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Newer appliances that can save water

Swapping out appliances can be an easy way to save water

One way to save water inside the home? Upgrade.

You can find water-efficient appliances and fixtures of all prices, of course, but let's dream big: Here are five sumptuous buys out of many on the market that will make your neighbors green — with envy.

• Urinals are commonplace outside of the home because they can save so much water. Now they're moving onto the bathroom showroom floor. Kohler's Steward is one example of a waterless urinal that can be installed in the home. (It requires periodic treatment with a sealant and waterless cleaning fluid.) Price: $641.75

The KitchenAid Architect Series II dishwasher boasts an "AquaSense" system that selectively recycles water during the cleaning system to "use 33% less water without sacrificing ... cleaning and drying," according to company literature. (It uses 1.95 gallons per cycle. Some older machines can use as much as 15 gallons per cycle.).) Price: $1,749

Whirlpool's Duet front-loading clothes washer is one of the most water- and energy-efficient models on the market. Among its features: automatic water level controls, so you never waste. Price: $1,349.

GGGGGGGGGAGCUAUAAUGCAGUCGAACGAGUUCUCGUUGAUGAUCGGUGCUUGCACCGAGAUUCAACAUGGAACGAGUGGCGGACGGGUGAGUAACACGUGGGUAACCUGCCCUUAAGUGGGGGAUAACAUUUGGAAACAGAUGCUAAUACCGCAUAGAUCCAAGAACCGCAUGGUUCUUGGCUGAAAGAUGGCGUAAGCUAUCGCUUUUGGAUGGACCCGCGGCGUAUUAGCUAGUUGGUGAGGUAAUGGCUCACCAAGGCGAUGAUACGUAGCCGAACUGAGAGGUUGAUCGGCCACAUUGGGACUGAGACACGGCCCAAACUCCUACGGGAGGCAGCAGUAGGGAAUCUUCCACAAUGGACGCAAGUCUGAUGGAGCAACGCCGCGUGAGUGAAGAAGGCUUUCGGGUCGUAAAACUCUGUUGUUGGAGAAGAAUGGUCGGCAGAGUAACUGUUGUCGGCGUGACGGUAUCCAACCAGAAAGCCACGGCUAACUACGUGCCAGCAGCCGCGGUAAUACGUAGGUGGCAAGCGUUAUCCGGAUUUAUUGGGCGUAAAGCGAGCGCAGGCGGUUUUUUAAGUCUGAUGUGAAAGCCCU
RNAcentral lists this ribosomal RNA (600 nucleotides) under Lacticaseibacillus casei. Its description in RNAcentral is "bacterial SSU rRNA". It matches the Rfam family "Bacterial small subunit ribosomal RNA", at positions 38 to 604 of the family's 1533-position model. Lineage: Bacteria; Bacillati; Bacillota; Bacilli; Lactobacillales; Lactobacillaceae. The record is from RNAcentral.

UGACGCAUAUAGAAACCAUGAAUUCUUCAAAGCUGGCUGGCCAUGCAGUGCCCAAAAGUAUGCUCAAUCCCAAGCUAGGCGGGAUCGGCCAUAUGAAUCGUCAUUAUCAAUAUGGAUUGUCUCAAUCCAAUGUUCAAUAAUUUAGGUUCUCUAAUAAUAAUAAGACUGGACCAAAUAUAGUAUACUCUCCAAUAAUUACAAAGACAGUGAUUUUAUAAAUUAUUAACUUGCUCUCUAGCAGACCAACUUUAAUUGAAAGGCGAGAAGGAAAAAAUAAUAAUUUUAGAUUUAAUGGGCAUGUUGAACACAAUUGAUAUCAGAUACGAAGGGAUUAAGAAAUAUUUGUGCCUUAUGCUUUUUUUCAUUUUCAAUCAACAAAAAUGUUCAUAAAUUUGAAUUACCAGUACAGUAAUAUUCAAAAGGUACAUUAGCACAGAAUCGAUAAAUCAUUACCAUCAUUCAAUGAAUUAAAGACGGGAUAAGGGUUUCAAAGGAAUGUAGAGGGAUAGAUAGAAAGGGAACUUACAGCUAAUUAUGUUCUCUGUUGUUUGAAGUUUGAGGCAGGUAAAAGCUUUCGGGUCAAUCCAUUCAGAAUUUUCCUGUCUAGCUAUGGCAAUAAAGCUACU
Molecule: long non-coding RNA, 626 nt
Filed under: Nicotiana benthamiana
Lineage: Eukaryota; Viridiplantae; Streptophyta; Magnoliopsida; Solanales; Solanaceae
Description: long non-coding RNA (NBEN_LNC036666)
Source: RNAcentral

Moen has an extensive line of eco-friendly kitchen faucets with features such as aeration and motion sensors, so water automatically stops when you're out of the sensor "zone," limiting waste. Price: $625 and higher.

Love the rainshower experience? Moen's oversized shower heads use self-pressurizing "immersion" technology that boosts spray power while saving water. Starting at $154.

Before you head to your local home showroom, contact your water and power suppliers and find out if any restrictions apply and what rebates might be available. The prices shown here are the manufacturers' suggested retail prices. But we suggest you shop around for the best deals.

rene.lynch@latimes.com

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